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CSG reports revenue declines in fourth quarter, full year 2016

Published March 9, 2017

MONTRÉAL (BRAIN) — Dorel Industries reported a decline in fourth-quarter revenue in its cycling division Thursday. Revenue was down $18.4 million or 7.3 percent to $235.3 million, the company said. Organic revenue was down 14.6 percent when removing currency rate fluctuations and the revenue impact of the transition of CSG’s international business from a licensing model to a distribution platform. 

The company attributed the revenue decline to the change in North American CSG dealers’ purchasing habits to reduce their inventory prior to the cycling season, which is expected to move fourth quarter orders to the first half of 2017. 

For the full year, CSG’s revenue was down $61.2 million or 6.1 percent to $939 million and organic revenue was down 8.4 percent when removing currency rate fluctuations and the international business change. The company pointed to the change in dealers’ purchasing patterns, industrywide discounting due to excess inventories at suppliers and retailers in the first half of 2016 and a generally soft global bike market.  

Fourth quarter operating profit declined $3.5 million to $5 million and adjusted operating profit increased $1 million, or 10.8 percent to $10.2 million when excluding restructuring and other costs. Margin improvements and cost controls offset the reduced sales impact to exceed the prior year’s fourth quarter.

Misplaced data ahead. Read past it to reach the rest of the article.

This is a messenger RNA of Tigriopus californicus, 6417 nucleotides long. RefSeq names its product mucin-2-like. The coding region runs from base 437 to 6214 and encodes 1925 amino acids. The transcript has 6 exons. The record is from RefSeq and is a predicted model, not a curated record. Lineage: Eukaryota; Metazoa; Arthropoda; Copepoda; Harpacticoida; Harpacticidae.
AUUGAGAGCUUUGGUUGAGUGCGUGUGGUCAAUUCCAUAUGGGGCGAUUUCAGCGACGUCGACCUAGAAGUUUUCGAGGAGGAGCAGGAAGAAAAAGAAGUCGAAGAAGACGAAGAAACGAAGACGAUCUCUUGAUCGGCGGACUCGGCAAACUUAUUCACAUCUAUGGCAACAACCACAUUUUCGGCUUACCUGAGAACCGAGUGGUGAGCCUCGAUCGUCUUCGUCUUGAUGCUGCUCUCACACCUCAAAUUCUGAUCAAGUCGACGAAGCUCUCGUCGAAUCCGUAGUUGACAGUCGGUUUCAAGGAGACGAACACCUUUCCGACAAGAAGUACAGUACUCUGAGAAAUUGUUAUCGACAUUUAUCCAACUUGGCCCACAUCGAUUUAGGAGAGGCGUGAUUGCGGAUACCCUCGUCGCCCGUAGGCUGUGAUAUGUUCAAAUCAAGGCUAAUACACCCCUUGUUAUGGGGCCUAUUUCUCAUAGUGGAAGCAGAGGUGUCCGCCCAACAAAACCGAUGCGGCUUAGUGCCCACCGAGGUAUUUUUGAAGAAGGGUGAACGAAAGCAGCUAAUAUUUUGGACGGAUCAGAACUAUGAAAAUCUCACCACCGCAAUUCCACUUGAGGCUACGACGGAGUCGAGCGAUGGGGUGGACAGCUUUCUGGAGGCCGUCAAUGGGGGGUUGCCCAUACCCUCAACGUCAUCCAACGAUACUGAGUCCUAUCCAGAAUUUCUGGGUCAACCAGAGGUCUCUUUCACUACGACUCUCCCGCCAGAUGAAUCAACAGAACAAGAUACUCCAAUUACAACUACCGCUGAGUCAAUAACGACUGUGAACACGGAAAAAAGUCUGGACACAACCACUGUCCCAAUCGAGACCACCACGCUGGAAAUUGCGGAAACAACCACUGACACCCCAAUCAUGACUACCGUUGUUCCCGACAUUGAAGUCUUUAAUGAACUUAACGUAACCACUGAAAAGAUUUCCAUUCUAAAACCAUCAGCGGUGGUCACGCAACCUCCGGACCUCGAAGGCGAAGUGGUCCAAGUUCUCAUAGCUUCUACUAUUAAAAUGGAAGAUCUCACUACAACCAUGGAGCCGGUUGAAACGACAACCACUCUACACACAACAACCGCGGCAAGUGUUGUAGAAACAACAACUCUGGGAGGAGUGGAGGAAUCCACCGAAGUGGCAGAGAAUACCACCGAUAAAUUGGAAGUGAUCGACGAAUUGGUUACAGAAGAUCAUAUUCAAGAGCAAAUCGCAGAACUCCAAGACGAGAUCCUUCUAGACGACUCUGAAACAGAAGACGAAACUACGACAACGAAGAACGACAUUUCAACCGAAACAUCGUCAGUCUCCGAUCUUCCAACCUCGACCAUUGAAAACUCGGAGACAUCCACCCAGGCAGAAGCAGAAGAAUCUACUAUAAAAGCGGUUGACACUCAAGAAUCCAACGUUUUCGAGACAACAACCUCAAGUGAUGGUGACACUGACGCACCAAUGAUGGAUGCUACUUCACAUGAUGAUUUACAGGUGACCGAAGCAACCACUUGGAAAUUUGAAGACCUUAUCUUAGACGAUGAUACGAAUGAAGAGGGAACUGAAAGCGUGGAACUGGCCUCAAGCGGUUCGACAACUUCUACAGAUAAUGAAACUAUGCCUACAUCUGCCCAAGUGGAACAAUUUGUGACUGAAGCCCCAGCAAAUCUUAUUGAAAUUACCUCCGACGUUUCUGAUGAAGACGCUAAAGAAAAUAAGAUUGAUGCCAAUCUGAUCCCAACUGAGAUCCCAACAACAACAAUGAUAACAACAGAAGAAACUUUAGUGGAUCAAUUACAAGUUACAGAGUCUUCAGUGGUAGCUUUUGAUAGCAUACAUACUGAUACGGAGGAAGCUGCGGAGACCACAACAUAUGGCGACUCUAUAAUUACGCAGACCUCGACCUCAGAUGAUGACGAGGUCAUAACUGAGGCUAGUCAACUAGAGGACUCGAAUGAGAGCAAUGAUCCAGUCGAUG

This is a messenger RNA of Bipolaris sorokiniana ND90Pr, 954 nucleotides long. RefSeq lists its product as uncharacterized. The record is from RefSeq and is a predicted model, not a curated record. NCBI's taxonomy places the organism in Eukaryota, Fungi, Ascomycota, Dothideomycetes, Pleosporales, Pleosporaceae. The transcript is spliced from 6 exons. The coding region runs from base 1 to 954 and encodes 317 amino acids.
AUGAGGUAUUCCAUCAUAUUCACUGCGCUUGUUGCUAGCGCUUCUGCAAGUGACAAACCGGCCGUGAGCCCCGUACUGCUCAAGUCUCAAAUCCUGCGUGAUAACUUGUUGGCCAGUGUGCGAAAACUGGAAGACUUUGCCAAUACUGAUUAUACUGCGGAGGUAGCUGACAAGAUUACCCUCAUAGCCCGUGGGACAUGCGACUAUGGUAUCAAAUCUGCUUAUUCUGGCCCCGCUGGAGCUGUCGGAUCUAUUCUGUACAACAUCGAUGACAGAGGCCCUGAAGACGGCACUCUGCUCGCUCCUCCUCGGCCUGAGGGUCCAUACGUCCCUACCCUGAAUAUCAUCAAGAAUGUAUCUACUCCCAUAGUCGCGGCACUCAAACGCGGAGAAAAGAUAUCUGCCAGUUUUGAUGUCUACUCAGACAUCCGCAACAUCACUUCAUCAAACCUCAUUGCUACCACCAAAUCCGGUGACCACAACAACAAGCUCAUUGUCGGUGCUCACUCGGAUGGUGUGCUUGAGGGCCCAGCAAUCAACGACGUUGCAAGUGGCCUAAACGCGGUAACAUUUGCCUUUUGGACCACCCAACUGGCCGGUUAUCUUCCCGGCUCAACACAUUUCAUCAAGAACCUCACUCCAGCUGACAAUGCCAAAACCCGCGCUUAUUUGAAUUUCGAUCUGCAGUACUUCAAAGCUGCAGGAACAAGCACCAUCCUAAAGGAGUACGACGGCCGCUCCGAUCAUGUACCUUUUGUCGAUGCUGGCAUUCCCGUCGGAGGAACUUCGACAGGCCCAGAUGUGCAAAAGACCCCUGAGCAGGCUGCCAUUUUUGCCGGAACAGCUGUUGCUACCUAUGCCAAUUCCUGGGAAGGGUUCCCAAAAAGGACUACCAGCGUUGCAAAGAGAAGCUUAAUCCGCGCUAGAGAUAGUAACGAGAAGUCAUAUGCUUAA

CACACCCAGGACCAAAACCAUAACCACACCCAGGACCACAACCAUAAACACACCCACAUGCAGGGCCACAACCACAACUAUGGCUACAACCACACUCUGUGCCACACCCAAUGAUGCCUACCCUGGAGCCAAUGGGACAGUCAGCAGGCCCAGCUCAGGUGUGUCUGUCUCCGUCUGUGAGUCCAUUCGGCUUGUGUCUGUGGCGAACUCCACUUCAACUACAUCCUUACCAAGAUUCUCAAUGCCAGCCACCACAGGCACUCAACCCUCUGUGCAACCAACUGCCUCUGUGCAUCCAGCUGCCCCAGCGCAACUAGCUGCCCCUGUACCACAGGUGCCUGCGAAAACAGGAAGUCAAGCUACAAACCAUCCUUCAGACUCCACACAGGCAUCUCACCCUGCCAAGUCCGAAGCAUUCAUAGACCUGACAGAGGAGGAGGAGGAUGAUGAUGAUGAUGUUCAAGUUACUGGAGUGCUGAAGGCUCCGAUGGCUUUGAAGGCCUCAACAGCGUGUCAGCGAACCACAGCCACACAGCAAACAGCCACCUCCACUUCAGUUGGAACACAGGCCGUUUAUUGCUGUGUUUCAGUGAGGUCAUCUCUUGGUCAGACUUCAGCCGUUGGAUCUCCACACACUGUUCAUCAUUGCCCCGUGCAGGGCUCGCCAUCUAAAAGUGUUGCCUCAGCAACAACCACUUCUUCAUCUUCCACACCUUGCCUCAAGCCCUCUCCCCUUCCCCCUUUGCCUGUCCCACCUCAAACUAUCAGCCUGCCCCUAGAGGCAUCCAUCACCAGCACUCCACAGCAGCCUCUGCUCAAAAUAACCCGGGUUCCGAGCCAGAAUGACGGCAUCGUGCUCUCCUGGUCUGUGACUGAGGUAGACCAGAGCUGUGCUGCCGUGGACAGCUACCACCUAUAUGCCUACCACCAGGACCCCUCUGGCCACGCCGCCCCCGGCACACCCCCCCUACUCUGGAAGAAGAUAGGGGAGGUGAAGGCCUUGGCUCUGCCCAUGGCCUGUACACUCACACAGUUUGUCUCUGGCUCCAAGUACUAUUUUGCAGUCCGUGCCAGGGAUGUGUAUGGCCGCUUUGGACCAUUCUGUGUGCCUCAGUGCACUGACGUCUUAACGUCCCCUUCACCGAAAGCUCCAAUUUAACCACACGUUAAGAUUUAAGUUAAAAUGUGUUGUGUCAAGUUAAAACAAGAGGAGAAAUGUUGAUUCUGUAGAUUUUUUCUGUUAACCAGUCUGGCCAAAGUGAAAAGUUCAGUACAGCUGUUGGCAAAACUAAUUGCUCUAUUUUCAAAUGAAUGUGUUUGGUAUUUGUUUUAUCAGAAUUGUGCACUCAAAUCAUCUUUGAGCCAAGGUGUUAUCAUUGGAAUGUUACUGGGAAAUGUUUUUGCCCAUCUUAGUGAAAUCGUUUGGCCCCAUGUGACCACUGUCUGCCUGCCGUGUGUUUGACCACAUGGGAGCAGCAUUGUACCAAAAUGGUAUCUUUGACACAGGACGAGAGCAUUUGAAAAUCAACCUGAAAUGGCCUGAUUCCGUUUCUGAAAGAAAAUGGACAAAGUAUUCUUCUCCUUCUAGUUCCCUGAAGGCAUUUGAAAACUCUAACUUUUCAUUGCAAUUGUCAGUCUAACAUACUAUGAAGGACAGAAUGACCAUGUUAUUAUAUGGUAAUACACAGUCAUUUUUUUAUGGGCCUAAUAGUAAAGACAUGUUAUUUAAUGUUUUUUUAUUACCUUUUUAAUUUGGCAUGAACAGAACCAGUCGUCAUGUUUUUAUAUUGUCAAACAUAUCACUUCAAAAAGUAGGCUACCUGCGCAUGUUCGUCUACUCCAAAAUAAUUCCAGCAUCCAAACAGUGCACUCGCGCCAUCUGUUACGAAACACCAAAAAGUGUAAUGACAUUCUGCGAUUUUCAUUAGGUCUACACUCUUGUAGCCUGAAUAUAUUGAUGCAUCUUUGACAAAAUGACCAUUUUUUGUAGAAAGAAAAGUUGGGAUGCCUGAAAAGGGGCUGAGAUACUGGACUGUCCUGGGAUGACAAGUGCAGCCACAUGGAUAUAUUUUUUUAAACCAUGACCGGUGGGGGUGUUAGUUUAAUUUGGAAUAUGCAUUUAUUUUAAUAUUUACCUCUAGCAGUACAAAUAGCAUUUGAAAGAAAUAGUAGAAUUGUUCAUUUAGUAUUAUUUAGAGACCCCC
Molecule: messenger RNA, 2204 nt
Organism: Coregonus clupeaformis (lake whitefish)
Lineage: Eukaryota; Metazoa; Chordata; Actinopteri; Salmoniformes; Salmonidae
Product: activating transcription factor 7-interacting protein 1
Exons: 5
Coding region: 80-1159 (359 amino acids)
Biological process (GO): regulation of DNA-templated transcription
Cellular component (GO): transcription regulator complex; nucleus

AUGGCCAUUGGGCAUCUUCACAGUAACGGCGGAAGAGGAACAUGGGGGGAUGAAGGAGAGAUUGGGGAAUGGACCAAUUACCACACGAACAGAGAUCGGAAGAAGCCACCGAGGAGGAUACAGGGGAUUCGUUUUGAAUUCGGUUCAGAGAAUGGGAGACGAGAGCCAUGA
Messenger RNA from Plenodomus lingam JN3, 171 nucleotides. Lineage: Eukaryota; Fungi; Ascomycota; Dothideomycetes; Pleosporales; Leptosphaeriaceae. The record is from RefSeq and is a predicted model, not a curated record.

Year-to-date operating loss was $33.9 million compared to an operating profit of $10.9 million in 2015.Excluding impairment losses, restructuring and other costs, adjusted operating profit declined $10.5 million, or 24.9 percent to $31.5 million mainly from lower demand and reduced margins from discounting during the first half of 2016.  

Dorel said Pacific Cycle had a good year, in part, due to improved supply chain efficiencies. Strategic pricing, cost controls as well as a better product mix allowed Caloi to increase its profitability.

Starting this year, restructuring actions taken last fall are expected to result in annual savings of $5 million. 

“Dorel Sports worked throughout 2016 to position itself for a rebound in earnings in 2017. Excess inventories in the industry have been reduced and thus rampant discounting should not be repeated. Improvements made in cost control and supply chain management are expected to contribute to the operating profit, helping to offset any sales softness, should this occur. It is early in the year and visibility for the full year is difficult, but we are confident in the direction of the segment,” said Martin Schwartz, Dorel president and CEO.

All figures are in U.S. dollars. Dorel’s fourth quarter and full-year earnings conference call is scheduled for Thursday afternoon EST. Check back here for updates following the call. 

 

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